Ends Career on Athletic and Academic Highs
Top Field-Hockey Player Admitted to Oxford University
by Anne C. Paine
Walker '02 epitomizes the best in Oberlin's tradition of scholar-athletes.
An All-American and all-conference field-hockey player, she's the
best Division III goalkeeper in the country this year. She's also
an honors psychology major heading for the doctoral-degree program
in experimental psychology at Oxford University next fall, provided
she can secure funding.
courtesy of Sports Information Office
- who attends Oberlin with the assistance of a John Heisman Club
Leadership Scholarship and a John Frederick Oberlin Academic Scholarship
- spent two semesters at Oxford last year. Since then, she's been
in telephone contact with the eminent social psychologist Miles
Hewstone, who is interested in her current research and her ideas
for graduate research.
is doing honors research with Associate Professor James Tanaka;
her project examines interracial experience as a factor in facial
perception. She and Tanaka presented their findings at the Perceptual
Expertise Network conference in San Francisco last April.
"Our study shows that on a very basic level, we tend to perceive
differences in faces of our own race more easily than we do in other
races," said Walker, who has a second major in law and society
and a minor in religion.
she enrolls at Oxford, Walker hopes to keep her connection to Oberlin
strong by helping establish research connections between the two
institutions. Both Tanaka and Hewstone have expressed interest,
she has done since high school, Walker combined academics and athletics,
playing on four different Oxford field-hockey teams. Before coming
to Oberlin, she played on her high-school team in Vancouver, British
Columbia, as well as on the British Columbia Provincial team, which
won several medals in Canadian national championships. She completed
the Oberlin field-hockey season last fall with a save percentage
of .938; her career save percentage was .874 and her career goal
against average was 1.41.
expects to continue playing at Oxford next fall.
been playing for so long, I don't see myself as being able to stop,"
she said. "I have such a respect for the game. Some of the
skills take years to learn. I love the competition, I love that
it's not a high-scoring game. I like to win. I like to be a part
of a team - it's very rewarding," she said.
credits Oberlin's tough academics with helping her gain entry to
Oxford, but as a high-school senior she hadn't ever heard of the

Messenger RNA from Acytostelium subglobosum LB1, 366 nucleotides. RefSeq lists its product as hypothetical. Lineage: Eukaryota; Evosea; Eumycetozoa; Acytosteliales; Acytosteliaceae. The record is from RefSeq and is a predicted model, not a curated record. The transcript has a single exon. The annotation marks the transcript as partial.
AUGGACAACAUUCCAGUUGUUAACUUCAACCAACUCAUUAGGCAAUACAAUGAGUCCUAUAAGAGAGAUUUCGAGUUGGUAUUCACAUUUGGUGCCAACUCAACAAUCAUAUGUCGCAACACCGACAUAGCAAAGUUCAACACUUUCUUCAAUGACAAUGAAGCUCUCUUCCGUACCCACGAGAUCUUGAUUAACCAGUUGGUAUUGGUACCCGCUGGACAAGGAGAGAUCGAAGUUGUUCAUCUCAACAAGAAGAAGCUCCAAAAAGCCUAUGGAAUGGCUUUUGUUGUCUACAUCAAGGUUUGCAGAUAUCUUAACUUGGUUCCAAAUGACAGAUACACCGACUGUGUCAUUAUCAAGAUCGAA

was looking at U.S. schools for field hockey - mostly the Ivy League
schools," she said. Oberlin's field-hockey coach started making
weekly calls to her, and the persistence paid off: Walker decided
academic experience at Oberlin has "far exceeded my expectations,"
Walker said. "The feedback here is terrific - in my freshman
year, on every paper, the professors wrote notes and comments. The
professors really care. And the research opportunities have been
wonderful. Many classes I have taken have been very demanding, but
that pushed me to succeed."
already an accomplished athlete when she arrived, Walker said Oberlin
taught her a few things about athletics, too.
on a Division III team, I've learned about sportsmanship and the
importance of working as a team member. I've been on many teams,
but none has been so cohesive as Oberlin's. Until I came to Oberlin,
I never turned to my teammates for help or support. I've learned
that a team is a team on the field and off as well."
also has had a huge impact on her personal development, Walker said.
"Oberlin changed my life," she said. "I came from
a very conservative high school. I'm not radical at all, but I've
become more liberal. I've learned not to be prejudiced against anyone
for unfounded reasons. I've become a more open-minded person.
are very different from Canadians," she continued. "Americans
have opinions about everything. I've learned that it's good to have
an opinion, to develop and express your opinions. This has helped
me grow as a person."
spent spring semester preparing for graduation and applying for
every scholarship she could find to help her pay for Oxford. "My
professors keep telling me I have to find a way to make this happen,"
she said. "It's been my dream." ATS